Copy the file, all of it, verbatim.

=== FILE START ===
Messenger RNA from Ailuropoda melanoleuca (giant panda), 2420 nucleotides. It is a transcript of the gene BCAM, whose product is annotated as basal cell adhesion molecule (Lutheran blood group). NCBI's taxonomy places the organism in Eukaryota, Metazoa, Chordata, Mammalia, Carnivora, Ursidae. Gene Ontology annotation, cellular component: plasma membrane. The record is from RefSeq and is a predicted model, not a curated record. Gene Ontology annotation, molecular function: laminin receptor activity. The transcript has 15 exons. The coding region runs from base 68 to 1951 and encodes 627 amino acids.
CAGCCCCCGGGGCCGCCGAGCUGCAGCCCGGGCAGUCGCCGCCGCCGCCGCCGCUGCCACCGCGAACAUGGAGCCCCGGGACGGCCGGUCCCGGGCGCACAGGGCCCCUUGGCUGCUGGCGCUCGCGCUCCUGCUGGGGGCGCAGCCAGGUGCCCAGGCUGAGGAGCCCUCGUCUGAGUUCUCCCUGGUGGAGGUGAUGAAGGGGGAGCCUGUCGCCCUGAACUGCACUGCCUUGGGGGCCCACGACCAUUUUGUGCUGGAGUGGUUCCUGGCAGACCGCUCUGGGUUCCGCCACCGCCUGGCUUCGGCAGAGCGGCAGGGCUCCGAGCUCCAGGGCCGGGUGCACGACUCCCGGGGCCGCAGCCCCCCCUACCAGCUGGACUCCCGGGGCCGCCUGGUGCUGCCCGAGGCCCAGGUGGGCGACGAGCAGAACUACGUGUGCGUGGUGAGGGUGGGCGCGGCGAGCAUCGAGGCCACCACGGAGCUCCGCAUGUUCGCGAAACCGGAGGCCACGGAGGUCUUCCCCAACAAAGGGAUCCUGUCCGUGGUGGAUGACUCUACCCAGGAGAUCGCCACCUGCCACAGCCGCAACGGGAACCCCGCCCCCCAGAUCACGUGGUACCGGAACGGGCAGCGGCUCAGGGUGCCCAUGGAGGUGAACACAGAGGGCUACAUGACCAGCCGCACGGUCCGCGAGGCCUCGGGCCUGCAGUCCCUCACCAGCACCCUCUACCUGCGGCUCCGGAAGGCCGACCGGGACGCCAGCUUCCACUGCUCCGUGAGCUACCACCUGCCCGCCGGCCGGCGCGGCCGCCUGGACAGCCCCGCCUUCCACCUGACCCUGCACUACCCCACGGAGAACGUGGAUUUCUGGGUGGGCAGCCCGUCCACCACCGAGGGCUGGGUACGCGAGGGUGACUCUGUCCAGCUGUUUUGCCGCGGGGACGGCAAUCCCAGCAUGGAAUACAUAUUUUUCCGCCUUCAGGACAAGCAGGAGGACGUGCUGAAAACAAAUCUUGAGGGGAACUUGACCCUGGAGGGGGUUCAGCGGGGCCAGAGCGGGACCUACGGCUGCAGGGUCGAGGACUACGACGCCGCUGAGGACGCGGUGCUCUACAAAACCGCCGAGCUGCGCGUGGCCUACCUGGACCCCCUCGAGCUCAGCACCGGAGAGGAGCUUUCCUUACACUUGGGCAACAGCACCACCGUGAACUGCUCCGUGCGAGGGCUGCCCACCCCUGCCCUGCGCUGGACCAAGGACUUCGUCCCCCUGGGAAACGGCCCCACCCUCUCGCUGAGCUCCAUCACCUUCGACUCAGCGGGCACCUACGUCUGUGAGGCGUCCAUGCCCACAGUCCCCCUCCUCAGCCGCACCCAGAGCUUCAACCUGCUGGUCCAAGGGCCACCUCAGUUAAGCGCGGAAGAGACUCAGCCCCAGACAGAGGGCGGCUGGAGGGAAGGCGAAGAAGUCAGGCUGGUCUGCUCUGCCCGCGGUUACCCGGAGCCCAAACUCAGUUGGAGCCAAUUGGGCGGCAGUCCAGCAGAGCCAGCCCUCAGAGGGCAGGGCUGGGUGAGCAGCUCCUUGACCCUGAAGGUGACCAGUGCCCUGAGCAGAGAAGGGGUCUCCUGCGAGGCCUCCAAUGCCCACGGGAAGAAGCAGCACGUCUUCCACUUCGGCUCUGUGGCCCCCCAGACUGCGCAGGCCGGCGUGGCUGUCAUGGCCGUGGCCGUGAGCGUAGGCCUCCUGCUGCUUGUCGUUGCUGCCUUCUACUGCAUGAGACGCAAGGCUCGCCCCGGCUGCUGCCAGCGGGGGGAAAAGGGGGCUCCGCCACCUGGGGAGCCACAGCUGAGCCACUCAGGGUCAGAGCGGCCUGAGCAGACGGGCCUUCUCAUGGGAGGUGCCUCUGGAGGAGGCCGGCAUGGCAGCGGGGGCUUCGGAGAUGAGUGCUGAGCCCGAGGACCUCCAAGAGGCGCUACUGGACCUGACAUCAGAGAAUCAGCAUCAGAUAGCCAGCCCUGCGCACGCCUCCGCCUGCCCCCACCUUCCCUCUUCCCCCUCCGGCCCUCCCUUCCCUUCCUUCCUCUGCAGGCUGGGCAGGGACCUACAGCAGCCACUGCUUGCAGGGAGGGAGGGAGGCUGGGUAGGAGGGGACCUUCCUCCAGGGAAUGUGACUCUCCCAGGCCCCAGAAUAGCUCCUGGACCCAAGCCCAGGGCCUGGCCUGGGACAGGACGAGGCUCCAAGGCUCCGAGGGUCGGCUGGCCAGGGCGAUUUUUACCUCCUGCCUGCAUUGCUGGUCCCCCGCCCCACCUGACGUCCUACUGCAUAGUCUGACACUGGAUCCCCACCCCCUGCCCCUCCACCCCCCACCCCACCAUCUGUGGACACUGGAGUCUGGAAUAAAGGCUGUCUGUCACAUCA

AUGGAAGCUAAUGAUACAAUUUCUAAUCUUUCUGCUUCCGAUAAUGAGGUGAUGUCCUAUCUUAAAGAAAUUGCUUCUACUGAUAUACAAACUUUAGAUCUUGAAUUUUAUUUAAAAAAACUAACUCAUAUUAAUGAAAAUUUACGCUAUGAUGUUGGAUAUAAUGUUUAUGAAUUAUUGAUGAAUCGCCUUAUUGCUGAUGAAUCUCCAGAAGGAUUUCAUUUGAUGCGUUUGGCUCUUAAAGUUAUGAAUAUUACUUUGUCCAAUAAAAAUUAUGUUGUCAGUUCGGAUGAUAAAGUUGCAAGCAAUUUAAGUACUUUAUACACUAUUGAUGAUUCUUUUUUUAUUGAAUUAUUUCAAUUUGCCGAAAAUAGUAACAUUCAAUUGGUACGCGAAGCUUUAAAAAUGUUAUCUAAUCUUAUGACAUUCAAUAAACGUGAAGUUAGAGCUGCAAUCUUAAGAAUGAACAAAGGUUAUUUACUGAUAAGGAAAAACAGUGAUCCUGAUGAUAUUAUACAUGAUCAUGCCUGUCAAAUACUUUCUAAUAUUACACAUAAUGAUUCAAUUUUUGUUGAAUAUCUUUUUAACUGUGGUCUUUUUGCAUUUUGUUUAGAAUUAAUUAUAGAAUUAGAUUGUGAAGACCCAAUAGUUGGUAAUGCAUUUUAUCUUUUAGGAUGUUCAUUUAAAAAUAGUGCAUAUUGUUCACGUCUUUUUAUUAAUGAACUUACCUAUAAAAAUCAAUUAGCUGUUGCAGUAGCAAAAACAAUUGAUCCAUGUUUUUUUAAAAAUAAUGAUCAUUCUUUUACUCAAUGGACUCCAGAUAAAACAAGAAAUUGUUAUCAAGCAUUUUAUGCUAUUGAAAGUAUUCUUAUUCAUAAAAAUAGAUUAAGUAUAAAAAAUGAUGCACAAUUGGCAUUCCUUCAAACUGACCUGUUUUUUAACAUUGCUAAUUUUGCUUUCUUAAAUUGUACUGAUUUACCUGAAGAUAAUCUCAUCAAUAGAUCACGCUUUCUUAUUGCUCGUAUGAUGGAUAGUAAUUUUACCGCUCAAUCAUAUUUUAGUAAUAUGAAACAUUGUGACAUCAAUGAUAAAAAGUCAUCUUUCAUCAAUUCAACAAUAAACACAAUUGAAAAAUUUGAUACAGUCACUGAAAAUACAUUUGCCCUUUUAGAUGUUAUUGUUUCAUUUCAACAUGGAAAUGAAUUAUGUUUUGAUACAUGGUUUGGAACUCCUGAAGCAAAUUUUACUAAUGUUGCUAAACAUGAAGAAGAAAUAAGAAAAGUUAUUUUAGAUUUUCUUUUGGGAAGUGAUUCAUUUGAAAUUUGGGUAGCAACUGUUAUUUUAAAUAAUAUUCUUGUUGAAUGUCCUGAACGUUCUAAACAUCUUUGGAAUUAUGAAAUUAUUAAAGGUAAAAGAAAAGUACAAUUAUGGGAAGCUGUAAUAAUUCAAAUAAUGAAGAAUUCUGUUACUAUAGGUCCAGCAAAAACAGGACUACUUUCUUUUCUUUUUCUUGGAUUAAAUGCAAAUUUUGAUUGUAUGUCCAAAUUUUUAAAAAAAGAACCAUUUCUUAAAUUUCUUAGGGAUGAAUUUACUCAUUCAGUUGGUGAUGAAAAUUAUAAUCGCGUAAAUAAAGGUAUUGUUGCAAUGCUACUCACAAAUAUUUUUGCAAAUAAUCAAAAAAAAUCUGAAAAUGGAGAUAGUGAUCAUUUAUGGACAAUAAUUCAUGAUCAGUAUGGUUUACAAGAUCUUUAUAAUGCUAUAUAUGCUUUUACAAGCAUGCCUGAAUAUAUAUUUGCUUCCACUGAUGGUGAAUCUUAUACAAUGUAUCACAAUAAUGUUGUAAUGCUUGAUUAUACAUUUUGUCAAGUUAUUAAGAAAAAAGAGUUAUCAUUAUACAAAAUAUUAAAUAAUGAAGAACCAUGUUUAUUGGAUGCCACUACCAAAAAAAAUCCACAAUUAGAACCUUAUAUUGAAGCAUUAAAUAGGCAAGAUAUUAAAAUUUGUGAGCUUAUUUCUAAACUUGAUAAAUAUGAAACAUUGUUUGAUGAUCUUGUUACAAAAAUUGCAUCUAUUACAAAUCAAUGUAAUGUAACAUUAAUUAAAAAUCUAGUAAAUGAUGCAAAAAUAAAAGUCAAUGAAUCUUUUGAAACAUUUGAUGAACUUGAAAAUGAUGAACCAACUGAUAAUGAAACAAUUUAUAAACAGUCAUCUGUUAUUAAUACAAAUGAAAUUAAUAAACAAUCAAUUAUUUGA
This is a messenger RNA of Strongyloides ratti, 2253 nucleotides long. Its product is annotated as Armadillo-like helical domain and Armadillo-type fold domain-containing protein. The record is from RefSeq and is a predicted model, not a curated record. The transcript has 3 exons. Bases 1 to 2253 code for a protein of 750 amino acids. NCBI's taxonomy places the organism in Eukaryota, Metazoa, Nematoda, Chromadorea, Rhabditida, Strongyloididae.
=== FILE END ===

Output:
Messenger RNA from Ailuropoda melanoleuca (giant panda), 2420 nucleotides. It is a transcript of the gene BCAM, whose product is annotated as basal cell adhesion molecule (Lutheran blood group). NCBI's taxonomy places the organism in Eukaryota, Metazoa, Chordata, Mammalia, Carnivora, Ursidae. Gene Ontology annotation, cellular component: plasma membrane. The record is from RefSeq and is a predicted model, not a curated record. Gene Ontology annotation, molecular function: laminin receptor activity. The transcript has 15 exons. The coding region runs from base 68 to 1951 and encodes 627 amino acids.
CAGCCCCCGGGGCCGCCGAGCUGCAGCCCGGGCAGUCGCCGCCGCCGCCGCCGCUGCCACCGCGAACAUGGAGCCCCGGGACGGCCGGUCCCGGGCGCACAGGGCCCCUUGGCUGCUGGCGCUCGCGCUCCUGCUGGGGGCGCAGCCAGGUGCCCAGGCUGAGGAGCCCUCGUCUGAGUUCUCCCUGGUGGAGGUGAUGAAGGGGGAGCCUGUCGCCCUGAACUGCACUGCCUUGGGGGCCCACGACCAUUUUGUGCUGGAGUGGUUCCUGGCAGACCGCUCUGGGUUCCGCCACCGCCUGGCUUCGGCAGAGCGGCAGGGCUCCGAGCUCCAGGGCCGGGUGCACGACUCCCGGGGCCGCAGCCCCCCCUACCAGCUGGACUCCCGGGGCCGCCUGGUGCUGCCCGAGGCCCAGGUGGGCGACGAGCAGAACUACGUGUGCGUGGUGAGGGUGGGCGCGGCGAGCAUCGAGGCCACCACGGAGCUCCGCAUGUUCGCGAAACCGGAGGCCACGGAGGUCUUCCCCAACAAAGGGAUCCUGUCCGUGGUGGAUGACUCUACCCAGGAGAUCGCCACCUGCCACAGCCGCAACGGGAACCCCGCCCCCCAGAUCACGUGGUACCGGAACGGGCAGCGGCUCAGGGUGCCCAUGGAGGUGAACACAGAGGGCUACAUGACCAGCCGCACGGUCCGCGAGGCCUCGGGCCUGCAGUCCCUCACCAGCACCCUCUACCUGCGGCUCCGGAAGGCCGACCGGGACGCCAGCUUCCACUGCUCCGUGAGCUACCACCUGCCCGCCGGCCGGCGCGGCCGCCUGGACAGCCCCGCCUUCCACCUGACCCUGCACUACCCCACGGAGAACGUGGAUUUCUGGGUGGGCAGCCCGUCCACCACCGAGGGCUGGGUACGCGAGGGUGACUCUGUCCAGCUGUUUUGCCGCGGGGACGGCAAUCCCAGCAUGGAAUACAUAUUUUUCCGCCUUCAGGACAAGCAGGAGGACGUGCUGAAAACAAAUCUUGAGGGGAACUUGACCCUGGAGGGGGUUCAGCGGGGCCAGAGCGGGACCUACGGCUGCAGGGUCGAGGACUACGACGCCGCUGAGGACGCGGUGCUCUACAAAACCGCCGAGCUGCGCGUGGCCUACCUGGACCCCCUCGAGCUCAGCACCGGAGAGGAGCUUUCCUUACACUUGGGCAACAGCACCACCGUGAACUGCUCCGUGCGAGGGCUGCCCACCCCUGCCCUGCGCUGGACCAAGGACUUCGUCCCCCUGGGAAACGGCCCCACCCUCUCGCUGAGCUCCAUCACCUUCGACUCAGCGGGCACCUACGUCUGUGAGGCGUCCAUGCCCACAGUCCCCCUCCUCAGCCGCACCCAGAGCUUCAACCUGCUGGUCCAAGGGCCACCUCAGUUAAGCGCGGAAGAGACUCAGCCCCAGACAGAGGGCGGCUGGAGGGAAGGCGAAGAAGUCAGGCUGGUCUGCUCUGCCCGCGGUUACCCGGAGCCCAAACUCAGUUGGAGCCAAUUGGGCGGCAGUCCAGCAGAGCCAGCCCUCAGAGGGCAGGGCUGGGUGAGCAGCUCCUUGACCCUGAAGGUGACCAGUGCCCUGAGCAGAGAAGGGGUCUCCUGCGAGGCCUCCAAUGCCCACGGGAAGAAGCAGCACGUCUUCCACUUCGGCUCUGUGGCCCCCCAGACUGCGCAGGCCGGCGUGGCUGUCAUGGCCGUGGCCGUGAGCGUAGGCCUCCUGCUGCUUGUCGUUGCUGCCUUCUACUGCAUGAGACGCAAGGCUCGCCCCGGCUGCUGCCAGCGGGGGGAAAAGGGGGCUCCGCCACCUGGGGAGCCACAGCUGAGCCACUCAGGGUCAGAGCGGCCUGAGCAGACGGGCCUUCUCAUGGGAGGUGCCUCUGGAGGAGGCCGGCAUGGCAGCGGGGGCUUCGGAGAUGAGUGCUGAGCCCGAGGACCUCCAAGAGGCGCUACUGGACCUGACAUCAGAGAAUCAGCAUCAGAUAGCCAGCCCUGCGCACGCCUCCGCCUGCCCCCACCUUCCCUCUUCCCCCUCCGGCCCUCCCUUCCCUUCCUUCCUCUGCAGGCUGGGCAGGGACCUACAGCAGCCACUGCUUGCAGGGAGGGAGGGAGGCUGGGUAGGAGGGGACCUUCCUCCAGGGAAUGUGACUCUCCCAGGCCCCAGAAUAGCUCCUGGACCCAAGCCCAGGGCCUGGCCUGGGACAGGACGAGGCUCCAAGGCUCCGAGGGUCGGCUGGCCAGGGCGAUUUUUACCUCCUGCCUGCAUUGCUGGUCCCCCGCCCCACCUGACGUCCUACUGCAUAGUCUGACACUGGAUCCCCACCCCCUGCCCCUCCACCCCCCACCCCACCAUCUGUGGACACUGGAGUCUGGAAUAAAGGCUGUCUGUCACAUCA

AUGGAAGCUAAUGAUACAAUUUCUAAUCUUUCUGCUUCCGAUAAUGAGGUGAUGUCCUAUCUUAAAGAAAUUGCUUCUACUGAUAUACAAACUUUAGAUCUUGAAUUUUAUUUAAAAAAACUAACUCAUAUUAAUGAAAAUUUACGCUAUGAUGUUGGAUAUAAUGUUUAUGAAUUAUUGAUGAAUCGCCUUAUUGCUGAUGAAUCUCCAGAAGGAUUUCAUUUGAUGCGUUUGGCUCUUAAAGUUAUGAAUAUUACUUUGUCCAAUAAAAAUUAUGUUGUCAGUUCGGAUGAUAAAGUUGCAAGCAAUUUAAGUACUUUAUACACUAUUGAUGAUUCUUUUUUUAUUGAAUUAUUUCAAUUUGCCGAAAAUAGUAACAUUCAAUUGGUACGCGAAGCUUUAAAAAUGUUAUCUAAUCUUAUGACAUUCAAUAAACGUGAAGUUAGAGCUGCAAUCUUAAGAAUGAACAAAGGUUAUUUACUGAUAAGGAAAAACAGUGAUCCUGAUGAUAUUAUACAUGAUCAUGCCUGUCAAAUACUUUCUAAUAUUACACAUAAUGAUUCAAUUUUUGUUGAAUAUCUUUUUAACUGUGGUCUUUUUGCAUUUUGUUUAGAAUUAAUUAUAGAAUUAGAUUGUGAAGACCCAAUAGUUGGUAAUGCAUUUUAUCUUUUAGGAUGUUCAUUUAAAAAUAGUGCAUAUUGUUCACGUCUUUUUAUUAAUGAACUUACCUAUAAAAAUCAAUUAGCUGUUGCAGUAGCAAAAACAAUUGAUCCAUGUUUUUUUAAAAAUAAUGAUCAUUCUUUUACUCAAUGGACUCCAGAUAAAACAAGAAAUUGUUAUCAAGCAUUUUAUGCUAUUGAAAGUAUUCUUAUUCAUAAAAAUAGAUUAAGUAUAAAAAAUGAUGCACAAUUGGCAUUCCUUCAAACUGACCUGUUUUUUAACAUUGCUAAUUUUGCUUUCUUAAAUUGUACUGAUUUACCUGAAGAUAAUCUCAUCAAUAGAUCACGCUUUCUUAUUGCUCGUAUGAUGGAUAGUAAUUUUACCGCUCAAUCAUAUUUUAGUAAUAUGAAACAUUGUGACAUCAAUGAUAAAAAGUCAUCUUUCAUCAAUUCAACAAUAAACACAAUUGAAAAAUUUGAUACAGUCACUGAAAAUACAUUUGCCCUUUUAGAUGUUAUUGUUUCAUUUCAACAUGGAAAUGAAUUAUGUUUUGAUACAUGGUUUGGAACUCCUGAAGCAAAUUUUACUAAUGUUGCUAAACAUGAAGAAGAAAUAAGAAAAGUUAUUUUAGAUUUUCUUUUGGGAAGUGAUUCAUUUGAAAUUUGGGUAGCAACUGUUAUUUUAAAUAAUAUUCUUGUUGAAUGUCCUGAACGUUCUAAACAUCUUUGGAAUUAUGAAAUUAUUAAAGGUAAAAGAAAAGUACAAUUAUGGGAAGCUGUAAUAAUUCAAAUAAUGAAGAAUUCUGUUACUAUAGGUCCAGCAAAAACAGGACUACUUUCUUUUCUUUUUCUUGGAUUAAAUGCAAAUUUUGAUUGUAUGUCCAAAUUUUUAAAAAAAGAACCAUUUCUUAAAUUUCUUAGGGAUGAAUUUACUCAUUCAGUUGGUGAUGAAAAUUAUAAUCGCGUAAAUAAAGGUAUUGUUGCAAUGCUACUCACAAAUAUUUUUGCAAAUAAUCAAAAAAAAUCUGAAAAUGGAGAUAGUGAUCAUUUAUGGACAAUAAUUCAUGAUCAGUAUGGUUUACAAGAUCUUUAUAAUGCUAUAUAUGCUUUUACAAGCAUGCCUGAAUAUAUAUUUGCUUCCACUGAUGGUGAAUCUUAUACAAUGUAUCACAAUAAUGUUGUAAUGCUUGAUUAUACAUUUUGUCAAGUUAUUAAGAAAAAAGAGUUAUCAUUAUACAAAAUAUUAAAUAAUGAAGAACCAUGUUUAUUGGAUGCCACUACCAAAAAAAAUCCACAAUUAGAACCUUAUAUUGAAGCAUUAAAUAGGCAAGAUAUUAAAAUUUGUGAGCUUAUUUCUAAACUUGAUAAAUAUGAAACAUUGUUUGAUGAUCUUGUUACAAAAAUUGCAUCUAUUACAAAUCAAUGUAAUGUAACAUUAAUUAAAAAUCUAGUAAAUGAUGCAAAAAUAAAAGUCAAUGAAUCUUUUGAAACAUUUGAUGAACUUGAAAAUGAUGAACCAACUGAUAAUGAAACAAUUUAUAAACAGUCAUCUGUUAUUAAUACAAAUGAAAUUAAUAAACAAUCAAUUAUUUGA
This is a messenger RNA of Strongyloides ratti, 2253 nucleotides long. Its product is annotated as Armadillo-like helical domain and Armadillo-type fold domain-containing protein. The record is from RefSeq and is a predicted model, not a curated record. The transcript has 3 exons. Bases 1 to 2253 code for a protein of 750 amino acids. NCBI's taxonomy places the organism in Eukaryota, Metazoa, Nematoda, Chromadorea, Rhabditida, Strongyloididae.